Rev. Dr. Martin Luther King, Jr. is a defining figure of US history. Arguably the most impactful activist for civil rights, he was a leader who dreamed of letting freedom ring for all Americans regardless of race.
His legacy of change through nonviolence and civil disobedience is well known, but what many don’t know about is King’s close relationship with the Jewish community of his day. Through his tumultuous battles for civil rights in the 1950s and 60s, King allied with many leading Jewish figures.
“Letter from a Birmingham Jail”
On April 12, 1963, King was imprisoned for protesting racism and racial segregation in Alabama. While awaiting bail, he penned his famous “Letter From a Birmingham Jail.” He wrote it in response to a letter from local white ministers, who criticized King’s decision to protest in Birmingham.
In the letter, the jailed minister conveyed his reasons for showing up in Birmingham. He explained that he was there because injustice was there. He famously wrote that white moderates “prefer a negative peace which is the absence of tension to a positive peace which is the presence of justice.”
This idea parallels a quote attributed to Hillel the Elder about the idea of a rodef shalom, one who pursues peace:
“Hillel used to say: be of the disciples of Aaron, loving peace and pursuing peace, loving mankind and drawing them close to the Torah.” (Pirkei Avot/Ethics of the Fathers 1:12).
Rabbis who fought for civil rights in America
One person who embodied “rodef shalom” was Rabbi Joachim Prinz, a contemporary and friend of Dr. King.
Having witnessed the horrors of Nazi Germany prior to his emigration to the US, Prinz was intimately familiar with prejudice and hate, which galvanized him to fight for civil rights. He advocated for racial equality and was critical of American Jews who were apathetic to the cause.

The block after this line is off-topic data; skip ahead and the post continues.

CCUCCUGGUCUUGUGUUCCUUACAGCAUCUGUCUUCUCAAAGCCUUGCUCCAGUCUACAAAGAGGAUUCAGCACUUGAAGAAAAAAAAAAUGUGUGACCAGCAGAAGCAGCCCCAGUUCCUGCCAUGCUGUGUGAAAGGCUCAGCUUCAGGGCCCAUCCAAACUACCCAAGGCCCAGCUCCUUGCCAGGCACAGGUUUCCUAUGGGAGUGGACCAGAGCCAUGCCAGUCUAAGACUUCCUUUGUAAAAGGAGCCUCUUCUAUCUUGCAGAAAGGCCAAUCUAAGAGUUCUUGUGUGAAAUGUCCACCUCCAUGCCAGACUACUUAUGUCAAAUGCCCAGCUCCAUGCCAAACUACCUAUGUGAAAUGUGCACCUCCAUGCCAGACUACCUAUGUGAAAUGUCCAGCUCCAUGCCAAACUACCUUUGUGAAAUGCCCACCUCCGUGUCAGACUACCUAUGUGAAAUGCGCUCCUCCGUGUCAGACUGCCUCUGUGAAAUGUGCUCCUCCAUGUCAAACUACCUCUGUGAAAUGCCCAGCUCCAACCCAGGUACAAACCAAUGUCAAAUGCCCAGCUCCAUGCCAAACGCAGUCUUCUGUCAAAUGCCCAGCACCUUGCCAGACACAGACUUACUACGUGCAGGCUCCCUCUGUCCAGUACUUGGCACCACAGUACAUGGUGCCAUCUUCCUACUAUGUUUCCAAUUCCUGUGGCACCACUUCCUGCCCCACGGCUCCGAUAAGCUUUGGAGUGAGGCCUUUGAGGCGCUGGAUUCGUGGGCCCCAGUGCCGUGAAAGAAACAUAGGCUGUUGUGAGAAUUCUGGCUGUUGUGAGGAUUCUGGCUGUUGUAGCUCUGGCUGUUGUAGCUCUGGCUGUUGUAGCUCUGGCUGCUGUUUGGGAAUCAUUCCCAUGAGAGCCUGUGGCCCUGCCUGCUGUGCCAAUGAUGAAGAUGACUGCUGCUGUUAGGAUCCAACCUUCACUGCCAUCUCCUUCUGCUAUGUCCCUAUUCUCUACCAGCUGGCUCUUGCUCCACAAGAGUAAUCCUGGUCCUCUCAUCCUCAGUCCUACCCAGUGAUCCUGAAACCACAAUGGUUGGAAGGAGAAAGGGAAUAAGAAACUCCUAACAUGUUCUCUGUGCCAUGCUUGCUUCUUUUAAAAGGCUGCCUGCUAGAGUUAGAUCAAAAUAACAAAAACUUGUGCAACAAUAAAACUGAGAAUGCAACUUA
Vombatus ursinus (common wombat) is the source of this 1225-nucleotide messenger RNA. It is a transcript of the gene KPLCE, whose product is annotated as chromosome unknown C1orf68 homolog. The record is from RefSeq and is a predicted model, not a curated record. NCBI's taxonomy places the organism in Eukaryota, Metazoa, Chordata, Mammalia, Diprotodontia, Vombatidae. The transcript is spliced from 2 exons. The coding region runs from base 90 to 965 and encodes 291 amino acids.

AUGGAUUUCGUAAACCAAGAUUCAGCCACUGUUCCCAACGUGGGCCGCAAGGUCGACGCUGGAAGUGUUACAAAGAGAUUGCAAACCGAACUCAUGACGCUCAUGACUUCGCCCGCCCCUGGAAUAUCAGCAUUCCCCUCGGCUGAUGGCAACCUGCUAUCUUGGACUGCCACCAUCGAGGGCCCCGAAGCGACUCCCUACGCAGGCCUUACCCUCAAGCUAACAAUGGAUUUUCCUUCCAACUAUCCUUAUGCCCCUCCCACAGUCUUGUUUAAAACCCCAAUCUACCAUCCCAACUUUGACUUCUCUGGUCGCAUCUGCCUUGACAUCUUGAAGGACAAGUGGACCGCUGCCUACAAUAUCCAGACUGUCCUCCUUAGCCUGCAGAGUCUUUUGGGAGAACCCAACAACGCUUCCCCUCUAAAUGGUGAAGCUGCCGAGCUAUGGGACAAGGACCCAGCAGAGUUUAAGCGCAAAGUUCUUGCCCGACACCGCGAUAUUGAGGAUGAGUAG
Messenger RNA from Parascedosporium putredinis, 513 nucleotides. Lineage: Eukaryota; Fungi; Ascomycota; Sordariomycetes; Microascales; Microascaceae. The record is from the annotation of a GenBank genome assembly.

At the March on Washington in August 1963, Prinz spoke immediately before King delivered his famous “I Have A Dream” speech.
He invoked the Jewish people’s origins as slaves, adding that when God created man, “He made him as everyone’s neighbor with…a collective responsibility for the preservation of man’s dignity and integrity.”
King echoed this a few minutes later when he preached that one of the main goals of his movement was to “transform the jangling discords of our nation into a beautiful symphony of brotherhood.”
Rabbi Abraham Joshua Heschel, a theologian and professor at the Jewish Theological Seminary, was another friend of Dr. King. Heschel joined King in numerous speeches and protests. At one point, he called King “the voice of God in our time.”
After walking with King and other religious leaders in the 1965 Selma to Montgomery March for voting rights, Heschel described the trek as spiritually moving, like he was “praying with his legs.”
King’s connections with the Jewish community
King also used his global influence to help the Jewish community. He frequently chastised the Soviet government for its treatment of its Jewish citizens, and co-sponsored conferences on the plight of Soviet Jewry.
In 1965, the American Jewish Committee awarded King the American Liberties Medallion for his “exceptional advancement of the principles of human liberty.” Throughout his life, King fought against antisemitism, including within the Black community.
He was also a friend to Israel. In a 1968 speech, King called Israel “one of the great outposts of democracy in the world.”
Following King’s tragic assassination in Memphis in 1968, the Jewish community mourned deeply with the rest of the country. On the day King’s body was laid to rest, over 700 Jewish schools and organizations across the country closed out of respect. Jewish leaders around the world spoke of his stunning legacy.
King’s support of the Jewish community reflected his principles of helping one’s brothers and sisters. This is also a Jewish value of caring for the stranger (ger). King’s values of community, education, justice, and reaching out to one’s neighbors continue to resonate.
In his ongoing fight for justice, King transcended divisions to work with different communities, religions, and races. His pursuit of a union that benefits all resonates with American Jews today, who live in a society that still strains under racism, antisemitism, and political division.